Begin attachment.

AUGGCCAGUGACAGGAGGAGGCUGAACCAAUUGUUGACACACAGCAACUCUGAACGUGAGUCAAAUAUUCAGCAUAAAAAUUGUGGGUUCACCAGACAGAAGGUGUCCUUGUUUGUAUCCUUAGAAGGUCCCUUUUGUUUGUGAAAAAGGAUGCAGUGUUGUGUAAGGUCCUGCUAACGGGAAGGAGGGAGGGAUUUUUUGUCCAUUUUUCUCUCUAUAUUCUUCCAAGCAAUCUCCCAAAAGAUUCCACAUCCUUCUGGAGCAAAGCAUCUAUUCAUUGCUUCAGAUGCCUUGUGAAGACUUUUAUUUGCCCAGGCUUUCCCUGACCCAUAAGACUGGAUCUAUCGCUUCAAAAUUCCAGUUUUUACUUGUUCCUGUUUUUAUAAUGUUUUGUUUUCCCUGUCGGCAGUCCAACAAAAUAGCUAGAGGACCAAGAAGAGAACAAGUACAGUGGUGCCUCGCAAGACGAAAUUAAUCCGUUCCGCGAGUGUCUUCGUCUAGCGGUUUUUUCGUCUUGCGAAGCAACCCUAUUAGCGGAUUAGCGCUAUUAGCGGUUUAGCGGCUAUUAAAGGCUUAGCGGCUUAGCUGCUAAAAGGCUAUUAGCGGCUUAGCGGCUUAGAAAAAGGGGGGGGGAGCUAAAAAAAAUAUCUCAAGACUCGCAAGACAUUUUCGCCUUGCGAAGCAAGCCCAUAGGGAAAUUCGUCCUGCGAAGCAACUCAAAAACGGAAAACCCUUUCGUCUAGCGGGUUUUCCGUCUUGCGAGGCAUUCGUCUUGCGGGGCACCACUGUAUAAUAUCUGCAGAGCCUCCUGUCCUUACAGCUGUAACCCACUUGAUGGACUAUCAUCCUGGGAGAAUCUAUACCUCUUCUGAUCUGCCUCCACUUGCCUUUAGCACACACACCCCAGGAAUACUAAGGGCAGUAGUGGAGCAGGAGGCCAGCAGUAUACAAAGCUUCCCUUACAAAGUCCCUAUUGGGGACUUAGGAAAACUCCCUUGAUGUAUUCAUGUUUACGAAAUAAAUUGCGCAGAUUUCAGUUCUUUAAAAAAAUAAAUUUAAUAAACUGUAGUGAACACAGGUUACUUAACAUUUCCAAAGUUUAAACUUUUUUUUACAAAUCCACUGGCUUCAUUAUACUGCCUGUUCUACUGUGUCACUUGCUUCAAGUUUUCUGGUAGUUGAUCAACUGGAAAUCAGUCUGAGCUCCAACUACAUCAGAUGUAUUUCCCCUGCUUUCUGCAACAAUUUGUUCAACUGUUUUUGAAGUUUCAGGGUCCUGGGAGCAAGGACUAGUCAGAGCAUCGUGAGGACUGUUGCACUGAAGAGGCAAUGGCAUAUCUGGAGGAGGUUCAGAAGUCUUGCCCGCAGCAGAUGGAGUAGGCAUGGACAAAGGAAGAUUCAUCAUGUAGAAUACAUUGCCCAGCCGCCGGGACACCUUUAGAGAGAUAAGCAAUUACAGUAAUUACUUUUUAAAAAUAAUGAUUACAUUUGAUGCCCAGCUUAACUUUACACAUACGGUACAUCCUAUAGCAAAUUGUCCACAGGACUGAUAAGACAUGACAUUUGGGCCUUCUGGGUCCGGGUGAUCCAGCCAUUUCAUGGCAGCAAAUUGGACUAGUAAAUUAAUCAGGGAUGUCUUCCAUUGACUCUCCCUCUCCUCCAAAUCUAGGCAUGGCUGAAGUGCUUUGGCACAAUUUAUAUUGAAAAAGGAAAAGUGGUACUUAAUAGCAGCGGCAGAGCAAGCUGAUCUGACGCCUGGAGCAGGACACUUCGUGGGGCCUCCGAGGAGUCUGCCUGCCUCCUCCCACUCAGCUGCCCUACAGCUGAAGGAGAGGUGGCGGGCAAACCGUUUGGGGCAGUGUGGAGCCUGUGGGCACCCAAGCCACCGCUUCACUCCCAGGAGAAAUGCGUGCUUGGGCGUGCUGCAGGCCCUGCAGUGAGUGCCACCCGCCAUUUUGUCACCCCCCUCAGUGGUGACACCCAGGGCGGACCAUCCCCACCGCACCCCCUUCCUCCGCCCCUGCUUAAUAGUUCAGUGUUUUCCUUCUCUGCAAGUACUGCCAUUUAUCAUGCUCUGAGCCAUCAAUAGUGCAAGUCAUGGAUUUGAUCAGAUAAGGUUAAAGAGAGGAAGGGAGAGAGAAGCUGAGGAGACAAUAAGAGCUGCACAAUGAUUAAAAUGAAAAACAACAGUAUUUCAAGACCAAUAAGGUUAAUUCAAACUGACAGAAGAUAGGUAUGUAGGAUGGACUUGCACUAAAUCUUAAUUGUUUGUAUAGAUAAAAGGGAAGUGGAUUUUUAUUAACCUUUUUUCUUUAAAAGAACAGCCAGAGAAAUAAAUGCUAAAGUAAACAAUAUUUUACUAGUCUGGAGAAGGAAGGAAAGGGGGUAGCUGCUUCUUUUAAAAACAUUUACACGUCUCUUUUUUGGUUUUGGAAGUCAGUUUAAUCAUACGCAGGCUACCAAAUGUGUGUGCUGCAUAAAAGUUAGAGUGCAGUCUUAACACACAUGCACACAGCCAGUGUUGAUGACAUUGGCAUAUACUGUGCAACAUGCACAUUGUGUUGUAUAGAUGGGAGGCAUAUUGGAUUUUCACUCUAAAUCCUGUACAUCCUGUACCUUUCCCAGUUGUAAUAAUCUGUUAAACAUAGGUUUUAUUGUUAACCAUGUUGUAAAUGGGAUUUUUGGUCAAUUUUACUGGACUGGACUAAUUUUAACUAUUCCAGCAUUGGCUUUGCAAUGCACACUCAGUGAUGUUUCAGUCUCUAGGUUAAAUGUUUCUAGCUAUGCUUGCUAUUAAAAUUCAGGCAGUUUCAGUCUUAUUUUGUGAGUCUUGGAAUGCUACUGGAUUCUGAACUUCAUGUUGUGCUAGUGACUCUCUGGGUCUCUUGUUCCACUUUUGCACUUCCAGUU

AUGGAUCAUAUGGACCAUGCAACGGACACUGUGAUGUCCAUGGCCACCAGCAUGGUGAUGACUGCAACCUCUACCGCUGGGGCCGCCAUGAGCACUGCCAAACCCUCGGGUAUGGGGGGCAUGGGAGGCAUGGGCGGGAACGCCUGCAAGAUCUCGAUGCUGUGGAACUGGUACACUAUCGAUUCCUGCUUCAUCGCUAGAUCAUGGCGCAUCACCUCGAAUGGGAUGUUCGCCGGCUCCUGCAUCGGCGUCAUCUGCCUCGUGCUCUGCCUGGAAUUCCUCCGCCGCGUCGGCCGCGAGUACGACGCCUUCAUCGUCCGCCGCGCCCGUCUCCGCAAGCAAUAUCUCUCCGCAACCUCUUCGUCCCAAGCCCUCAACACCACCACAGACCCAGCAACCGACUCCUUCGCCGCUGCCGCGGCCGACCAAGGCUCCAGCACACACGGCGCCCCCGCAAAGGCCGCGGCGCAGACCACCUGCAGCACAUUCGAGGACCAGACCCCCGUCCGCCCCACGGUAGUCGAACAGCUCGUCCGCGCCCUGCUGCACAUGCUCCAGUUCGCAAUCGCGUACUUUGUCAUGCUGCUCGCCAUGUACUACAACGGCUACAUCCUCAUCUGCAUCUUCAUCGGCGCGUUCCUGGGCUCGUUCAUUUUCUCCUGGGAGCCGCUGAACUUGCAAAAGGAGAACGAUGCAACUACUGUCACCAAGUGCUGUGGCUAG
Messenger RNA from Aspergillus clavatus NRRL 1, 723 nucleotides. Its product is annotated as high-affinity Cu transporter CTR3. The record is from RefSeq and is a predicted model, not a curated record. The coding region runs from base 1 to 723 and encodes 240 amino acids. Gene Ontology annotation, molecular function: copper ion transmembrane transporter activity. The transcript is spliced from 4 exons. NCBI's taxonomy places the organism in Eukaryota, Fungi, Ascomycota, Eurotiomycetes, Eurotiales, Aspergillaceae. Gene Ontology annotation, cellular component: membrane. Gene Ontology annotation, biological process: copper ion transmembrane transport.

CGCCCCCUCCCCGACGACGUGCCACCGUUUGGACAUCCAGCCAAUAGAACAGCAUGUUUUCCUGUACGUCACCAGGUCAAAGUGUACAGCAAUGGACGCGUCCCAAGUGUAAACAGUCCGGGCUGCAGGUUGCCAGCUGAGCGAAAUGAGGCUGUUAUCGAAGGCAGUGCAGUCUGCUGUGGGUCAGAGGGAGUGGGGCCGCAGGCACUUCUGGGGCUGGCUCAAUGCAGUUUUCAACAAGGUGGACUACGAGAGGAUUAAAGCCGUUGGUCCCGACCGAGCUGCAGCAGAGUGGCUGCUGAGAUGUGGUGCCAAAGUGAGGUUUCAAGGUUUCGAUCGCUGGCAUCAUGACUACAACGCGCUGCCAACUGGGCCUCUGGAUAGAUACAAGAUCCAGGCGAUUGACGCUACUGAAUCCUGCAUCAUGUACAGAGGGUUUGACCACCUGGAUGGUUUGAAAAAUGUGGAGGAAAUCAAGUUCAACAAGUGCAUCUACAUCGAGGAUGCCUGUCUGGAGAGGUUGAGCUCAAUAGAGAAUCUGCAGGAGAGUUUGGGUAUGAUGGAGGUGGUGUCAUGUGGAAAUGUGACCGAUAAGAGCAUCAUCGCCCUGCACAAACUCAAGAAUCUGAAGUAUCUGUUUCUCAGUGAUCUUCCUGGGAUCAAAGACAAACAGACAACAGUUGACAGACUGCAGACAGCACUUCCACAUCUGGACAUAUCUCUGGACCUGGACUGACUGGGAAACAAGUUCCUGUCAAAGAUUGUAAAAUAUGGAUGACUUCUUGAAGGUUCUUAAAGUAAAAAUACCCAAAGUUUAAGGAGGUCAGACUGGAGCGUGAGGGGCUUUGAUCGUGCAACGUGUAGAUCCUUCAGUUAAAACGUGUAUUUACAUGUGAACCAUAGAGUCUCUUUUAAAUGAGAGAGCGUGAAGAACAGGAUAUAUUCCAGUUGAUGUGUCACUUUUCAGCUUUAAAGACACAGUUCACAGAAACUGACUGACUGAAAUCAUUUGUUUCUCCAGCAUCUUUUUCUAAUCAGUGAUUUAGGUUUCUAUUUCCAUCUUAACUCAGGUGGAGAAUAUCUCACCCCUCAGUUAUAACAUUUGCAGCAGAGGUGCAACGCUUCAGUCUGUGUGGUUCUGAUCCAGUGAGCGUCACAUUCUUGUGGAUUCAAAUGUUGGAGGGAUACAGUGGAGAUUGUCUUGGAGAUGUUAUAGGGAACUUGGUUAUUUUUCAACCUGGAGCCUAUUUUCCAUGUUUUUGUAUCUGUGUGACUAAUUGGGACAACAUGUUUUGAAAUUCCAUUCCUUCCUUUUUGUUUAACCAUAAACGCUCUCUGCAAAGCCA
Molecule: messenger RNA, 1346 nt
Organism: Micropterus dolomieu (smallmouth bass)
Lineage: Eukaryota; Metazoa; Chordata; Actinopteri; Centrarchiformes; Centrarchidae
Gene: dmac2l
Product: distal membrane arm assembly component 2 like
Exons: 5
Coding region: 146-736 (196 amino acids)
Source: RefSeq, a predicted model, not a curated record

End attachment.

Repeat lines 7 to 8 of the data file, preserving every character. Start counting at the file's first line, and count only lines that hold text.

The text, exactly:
Lineage: Eukaryota; Metazoa; Chordata; Actinopteri; Centrarchiformes; Centrarchidae
Gene: dmac2l